The Greenland Fisheries and Hunters Organisation KNAPK is appealing to Denmark to raise the issue indigenous rights and an EU ban on seal products, due to a burgeoning seal population in the Arctic regions.
“Hunting seal and sealskin production ensures employment throughout Greenland and in particular in the outlying regions. Seal hunting and skin production helps raise living standards and livelihoods for hunters in our country,” KNAPK Chairman Leif Fontaine tells Sermitsiaq.
The European Union has a ban on imports of sealskin and seal products.
Fontaine says that the EU’s ban has wrecked the worldwide trade in indigenous seal products, but equally importantly is threatening both the seal population and fish stocks in the Arctic regions.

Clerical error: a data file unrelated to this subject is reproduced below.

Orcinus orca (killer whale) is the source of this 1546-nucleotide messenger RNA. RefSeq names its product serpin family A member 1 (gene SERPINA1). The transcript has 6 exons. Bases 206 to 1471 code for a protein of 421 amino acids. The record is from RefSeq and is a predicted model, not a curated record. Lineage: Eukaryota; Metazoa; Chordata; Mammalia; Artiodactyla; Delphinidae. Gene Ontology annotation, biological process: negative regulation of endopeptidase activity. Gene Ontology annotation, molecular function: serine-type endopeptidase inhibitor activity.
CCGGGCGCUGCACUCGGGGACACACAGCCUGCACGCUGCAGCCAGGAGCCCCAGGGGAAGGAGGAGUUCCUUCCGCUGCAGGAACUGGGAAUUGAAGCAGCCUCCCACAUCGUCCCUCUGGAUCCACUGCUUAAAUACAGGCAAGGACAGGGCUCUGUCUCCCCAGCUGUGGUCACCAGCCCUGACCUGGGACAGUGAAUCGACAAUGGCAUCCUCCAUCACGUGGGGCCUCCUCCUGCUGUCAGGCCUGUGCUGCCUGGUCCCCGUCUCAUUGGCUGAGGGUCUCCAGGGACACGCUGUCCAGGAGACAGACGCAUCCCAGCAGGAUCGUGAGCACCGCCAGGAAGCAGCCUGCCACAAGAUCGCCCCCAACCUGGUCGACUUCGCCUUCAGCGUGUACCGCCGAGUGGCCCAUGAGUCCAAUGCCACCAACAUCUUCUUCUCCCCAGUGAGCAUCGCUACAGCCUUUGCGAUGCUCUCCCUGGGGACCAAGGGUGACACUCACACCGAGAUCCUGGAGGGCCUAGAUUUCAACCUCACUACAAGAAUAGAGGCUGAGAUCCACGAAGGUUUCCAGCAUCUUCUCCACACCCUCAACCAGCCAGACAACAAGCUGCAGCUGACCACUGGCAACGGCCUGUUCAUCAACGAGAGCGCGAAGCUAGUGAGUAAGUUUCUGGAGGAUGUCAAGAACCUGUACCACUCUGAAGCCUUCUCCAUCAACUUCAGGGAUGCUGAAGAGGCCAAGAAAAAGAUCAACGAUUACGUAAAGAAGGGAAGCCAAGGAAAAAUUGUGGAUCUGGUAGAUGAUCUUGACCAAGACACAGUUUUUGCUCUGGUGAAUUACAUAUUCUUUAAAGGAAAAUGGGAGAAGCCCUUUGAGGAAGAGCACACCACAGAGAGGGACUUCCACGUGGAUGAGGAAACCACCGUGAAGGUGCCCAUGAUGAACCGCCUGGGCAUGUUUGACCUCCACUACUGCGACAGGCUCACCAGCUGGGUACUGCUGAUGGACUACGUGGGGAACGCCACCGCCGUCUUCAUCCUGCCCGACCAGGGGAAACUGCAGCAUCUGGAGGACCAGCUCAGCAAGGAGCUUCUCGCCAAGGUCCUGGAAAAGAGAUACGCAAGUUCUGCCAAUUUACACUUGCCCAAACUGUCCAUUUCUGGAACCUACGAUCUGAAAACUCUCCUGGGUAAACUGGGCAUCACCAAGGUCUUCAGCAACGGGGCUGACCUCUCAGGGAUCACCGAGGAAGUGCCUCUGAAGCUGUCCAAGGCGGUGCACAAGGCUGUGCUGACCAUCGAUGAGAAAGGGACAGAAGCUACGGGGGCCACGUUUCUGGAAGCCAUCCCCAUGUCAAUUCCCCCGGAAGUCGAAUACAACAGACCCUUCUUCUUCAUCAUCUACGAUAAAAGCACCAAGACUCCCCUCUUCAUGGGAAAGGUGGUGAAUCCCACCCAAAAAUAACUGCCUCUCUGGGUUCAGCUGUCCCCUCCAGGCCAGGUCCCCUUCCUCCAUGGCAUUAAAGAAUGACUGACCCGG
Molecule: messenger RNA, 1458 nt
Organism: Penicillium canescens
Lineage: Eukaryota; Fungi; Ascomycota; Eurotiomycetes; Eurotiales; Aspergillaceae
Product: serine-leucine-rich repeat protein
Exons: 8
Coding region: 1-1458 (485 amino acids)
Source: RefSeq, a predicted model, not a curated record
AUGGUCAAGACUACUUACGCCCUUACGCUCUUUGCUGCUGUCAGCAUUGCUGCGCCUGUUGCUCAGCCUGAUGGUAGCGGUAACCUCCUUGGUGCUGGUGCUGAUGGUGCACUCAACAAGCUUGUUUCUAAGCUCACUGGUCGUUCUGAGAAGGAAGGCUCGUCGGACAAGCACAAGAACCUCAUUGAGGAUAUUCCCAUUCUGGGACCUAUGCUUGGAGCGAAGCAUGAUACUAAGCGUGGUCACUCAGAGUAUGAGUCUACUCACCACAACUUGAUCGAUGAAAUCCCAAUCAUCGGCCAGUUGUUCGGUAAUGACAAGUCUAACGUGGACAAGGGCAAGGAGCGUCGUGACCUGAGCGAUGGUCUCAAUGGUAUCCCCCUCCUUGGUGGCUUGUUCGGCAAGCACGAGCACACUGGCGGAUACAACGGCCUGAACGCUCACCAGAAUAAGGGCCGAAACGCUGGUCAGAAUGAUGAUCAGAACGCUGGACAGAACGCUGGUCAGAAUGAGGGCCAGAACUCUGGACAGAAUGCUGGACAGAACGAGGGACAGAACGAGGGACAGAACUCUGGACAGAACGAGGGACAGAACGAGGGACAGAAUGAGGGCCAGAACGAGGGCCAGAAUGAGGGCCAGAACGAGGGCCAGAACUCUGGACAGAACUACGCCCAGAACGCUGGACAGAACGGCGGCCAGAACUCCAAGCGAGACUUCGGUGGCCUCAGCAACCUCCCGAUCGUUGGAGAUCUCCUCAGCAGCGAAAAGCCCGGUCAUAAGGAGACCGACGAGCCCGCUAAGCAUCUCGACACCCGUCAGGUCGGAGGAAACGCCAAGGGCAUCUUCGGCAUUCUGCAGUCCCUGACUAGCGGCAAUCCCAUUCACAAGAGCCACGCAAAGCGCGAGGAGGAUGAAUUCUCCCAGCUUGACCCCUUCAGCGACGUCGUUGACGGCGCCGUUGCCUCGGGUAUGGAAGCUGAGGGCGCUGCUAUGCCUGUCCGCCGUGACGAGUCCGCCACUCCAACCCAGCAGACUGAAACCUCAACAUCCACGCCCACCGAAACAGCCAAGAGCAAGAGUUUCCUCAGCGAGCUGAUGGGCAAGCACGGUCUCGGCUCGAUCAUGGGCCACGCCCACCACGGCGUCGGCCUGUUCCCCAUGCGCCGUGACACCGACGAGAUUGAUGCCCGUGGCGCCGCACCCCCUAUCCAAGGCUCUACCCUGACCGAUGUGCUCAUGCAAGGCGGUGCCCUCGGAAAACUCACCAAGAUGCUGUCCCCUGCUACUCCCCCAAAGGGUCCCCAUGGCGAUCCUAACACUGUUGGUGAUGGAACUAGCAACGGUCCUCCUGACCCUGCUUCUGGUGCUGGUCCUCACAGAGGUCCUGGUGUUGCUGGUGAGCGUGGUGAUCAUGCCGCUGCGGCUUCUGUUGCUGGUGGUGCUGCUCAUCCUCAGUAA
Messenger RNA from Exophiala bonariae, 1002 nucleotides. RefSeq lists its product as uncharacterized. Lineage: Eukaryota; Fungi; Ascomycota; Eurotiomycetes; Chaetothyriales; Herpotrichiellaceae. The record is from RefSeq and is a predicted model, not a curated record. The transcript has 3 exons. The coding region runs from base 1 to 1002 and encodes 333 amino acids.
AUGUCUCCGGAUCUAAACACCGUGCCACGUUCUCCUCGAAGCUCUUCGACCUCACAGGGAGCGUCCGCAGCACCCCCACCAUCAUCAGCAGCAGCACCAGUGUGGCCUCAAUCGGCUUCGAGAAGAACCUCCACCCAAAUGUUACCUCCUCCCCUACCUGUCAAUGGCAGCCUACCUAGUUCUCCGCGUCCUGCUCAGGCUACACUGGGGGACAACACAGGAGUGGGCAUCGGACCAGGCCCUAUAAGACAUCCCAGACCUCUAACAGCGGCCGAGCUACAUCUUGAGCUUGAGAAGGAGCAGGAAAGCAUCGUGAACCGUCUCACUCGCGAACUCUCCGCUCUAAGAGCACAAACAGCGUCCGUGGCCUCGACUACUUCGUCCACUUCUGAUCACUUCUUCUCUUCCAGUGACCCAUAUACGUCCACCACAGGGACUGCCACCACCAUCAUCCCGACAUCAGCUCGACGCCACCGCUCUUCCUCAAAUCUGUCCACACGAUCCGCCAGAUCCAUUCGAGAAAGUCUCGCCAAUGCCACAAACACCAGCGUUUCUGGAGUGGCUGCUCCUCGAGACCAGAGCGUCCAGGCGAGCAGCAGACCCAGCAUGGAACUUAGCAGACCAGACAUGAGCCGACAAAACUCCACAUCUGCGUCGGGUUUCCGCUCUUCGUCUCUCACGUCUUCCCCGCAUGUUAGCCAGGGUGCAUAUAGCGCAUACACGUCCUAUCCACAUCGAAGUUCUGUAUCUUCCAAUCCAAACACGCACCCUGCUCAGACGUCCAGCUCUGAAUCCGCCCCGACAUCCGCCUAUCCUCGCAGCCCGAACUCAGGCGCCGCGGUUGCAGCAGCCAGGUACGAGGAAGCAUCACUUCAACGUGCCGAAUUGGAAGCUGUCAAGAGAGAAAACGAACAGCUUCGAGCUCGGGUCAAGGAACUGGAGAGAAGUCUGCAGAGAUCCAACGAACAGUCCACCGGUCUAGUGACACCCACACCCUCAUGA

“We are concerned that the import ban on seal products is harming the eco-systems in our waters,” Fontaine says, adding the increasing population of seals is a ‘ticking bomb’ under the Greenland fishing industry.
“Greenland’s Nature Institute has documented that the 17.5 million seals in the North Atlantic at 16 million tonnes of fish and shellfish each year,” Fontaine says.
“At the same time we are seeing emaciated seals across all of the Arctic and are concerned that the seals are dying of hunger,” he adds.
Fontaine adds that Denmark – which took over the rotating presidency of the European Union on Jan. 1, 2012 - is legally bound under Danish Commonwealth rules to secure the livelihoods of indigenous Greenland hunters.
He adds that the EU import ban is a contravention of several clauses of the UN Declaration on the rights of indigenous peoples to which Denmark is also a signatory.
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Edited by Julian Isherwood